Indeterminacy arise in statistics because we know that correlation does not indicate causality. In theory, many causes can explain a particular correlation so a theory is required to suggest the cause of an observed correlation. Otherwise, the relationship can be entirely a random association.⁠2 If sunspots are associated with weather on earth, what explains this relationship?⁠3 The Rorschach (inkblot) test provides an interesting application of this indeterminacy problem (Smith 2001, 205-206). When a psychiatrist shows a patient a random inkblot and the patients sees patterns in the inkblot, the patterns arise from preconceptions of patient being imposed on the inkblot. Does the patient see angels or demons? Naked women or monsters? These preconceptions (or random associations) provide insight into the interior life of the patient that are hard to track any other way.

Telling a Faithful Story

The anxiety and uncertainty of postmodern society presents the Christian leader with a kind of cultural inkblot test. How can leadership successfully navigate through this perilous test?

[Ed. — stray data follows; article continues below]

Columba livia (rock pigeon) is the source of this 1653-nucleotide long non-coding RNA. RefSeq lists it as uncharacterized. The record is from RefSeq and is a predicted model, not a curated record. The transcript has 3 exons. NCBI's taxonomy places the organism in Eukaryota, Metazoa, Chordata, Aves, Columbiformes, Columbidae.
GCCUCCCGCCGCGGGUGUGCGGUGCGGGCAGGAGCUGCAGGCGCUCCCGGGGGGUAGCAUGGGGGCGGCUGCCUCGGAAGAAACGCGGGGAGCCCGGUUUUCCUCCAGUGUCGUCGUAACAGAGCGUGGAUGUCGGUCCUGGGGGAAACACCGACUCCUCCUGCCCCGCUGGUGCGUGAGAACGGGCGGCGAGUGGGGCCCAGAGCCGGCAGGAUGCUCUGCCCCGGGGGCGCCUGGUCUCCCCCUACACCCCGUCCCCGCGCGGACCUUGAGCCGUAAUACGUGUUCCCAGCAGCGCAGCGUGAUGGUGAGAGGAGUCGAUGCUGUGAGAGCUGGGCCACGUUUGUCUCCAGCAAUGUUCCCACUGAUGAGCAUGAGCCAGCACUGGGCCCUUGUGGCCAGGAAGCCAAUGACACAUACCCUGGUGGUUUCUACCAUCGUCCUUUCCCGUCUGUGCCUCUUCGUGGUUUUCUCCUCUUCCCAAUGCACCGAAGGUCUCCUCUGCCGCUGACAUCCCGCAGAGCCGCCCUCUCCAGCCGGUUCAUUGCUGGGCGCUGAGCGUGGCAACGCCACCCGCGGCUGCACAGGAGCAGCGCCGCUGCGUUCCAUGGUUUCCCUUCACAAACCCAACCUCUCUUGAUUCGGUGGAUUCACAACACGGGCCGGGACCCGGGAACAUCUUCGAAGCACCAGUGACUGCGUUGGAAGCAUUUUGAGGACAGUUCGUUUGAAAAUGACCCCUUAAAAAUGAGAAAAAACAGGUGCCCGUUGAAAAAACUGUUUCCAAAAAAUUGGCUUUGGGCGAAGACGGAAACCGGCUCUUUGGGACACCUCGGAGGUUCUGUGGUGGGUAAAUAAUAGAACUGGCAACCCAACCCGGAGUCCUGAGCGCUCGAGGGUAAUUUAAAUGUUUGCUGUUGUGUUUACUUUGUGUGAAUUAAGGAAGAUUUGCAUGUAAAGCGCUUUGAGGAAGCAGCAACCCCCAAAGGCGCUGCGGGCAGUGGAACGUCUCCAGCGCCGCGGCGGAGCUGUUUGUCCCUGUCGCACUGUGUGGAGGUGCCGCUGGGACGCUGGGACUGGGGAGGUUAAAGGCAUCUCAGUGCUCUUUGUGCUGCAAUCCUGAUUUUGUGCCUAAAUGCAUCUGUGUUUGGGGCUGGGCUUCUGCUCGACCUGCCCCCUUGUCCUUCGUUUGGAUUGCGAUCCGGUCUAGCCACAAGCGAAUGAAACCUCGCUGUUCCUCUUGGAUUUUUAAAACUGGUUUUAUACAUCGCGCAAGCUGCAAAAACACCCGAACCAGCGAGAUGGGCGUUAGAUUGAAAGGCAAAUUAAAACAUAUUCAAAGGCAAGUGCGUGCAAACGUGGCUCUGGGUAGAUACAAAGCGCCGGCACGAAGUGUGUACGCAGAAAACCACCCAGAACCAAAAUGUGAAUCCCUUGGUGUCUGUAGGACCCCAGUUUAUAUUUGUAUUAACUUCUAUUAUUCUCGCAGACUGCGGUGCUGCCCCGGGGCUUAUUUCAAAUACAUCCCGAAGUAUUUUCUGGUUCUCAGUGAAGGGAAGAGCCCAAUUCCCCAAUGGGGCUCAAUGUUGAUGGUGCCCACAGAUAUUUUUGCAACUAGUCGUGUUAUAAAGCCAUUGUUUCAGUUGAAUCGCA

One answer can be taken from my earlier comments on the book, Crucial Conversations, where I noted four stages in a dialogue: presenting facts (see and hear), telling a story, feeling, and acting (PGMS 2012, 110). They observe that once emotions take over actions get locked in. The formation of productive stories presents the last best chance to channel a dialog towards useful action. Crafting a vision for the church is an important starting point.

An infinite number of stories can be told, but not all comport well with the facts or are organizationally helpful. Three kinds of unproductive (clever) stories—victim, villain, and helpless stories—arise that are usually counter-productive (PGMS 2012, 116-119).⁠4 More productive is to tune into the church’s history and to compare it with other faithful churches or stories from the Bible.

Example of Barnabas

The story of Barnabas comes to mind when I see many churches in action. In his book, Becoming Barnabas: The Ministry of Encouragement, Paul Moots (2014, 2-3) writes:

“The ministry of encouragement is the art of leading and supporting others in the discovery of their own spiritual gifts and call to discipleship…We can become a Barnabas…encouragement allows the congregation to shape its ministry around its strengths rather than to base its work on some model derived from another congregation’s story, another pastor’s experience.”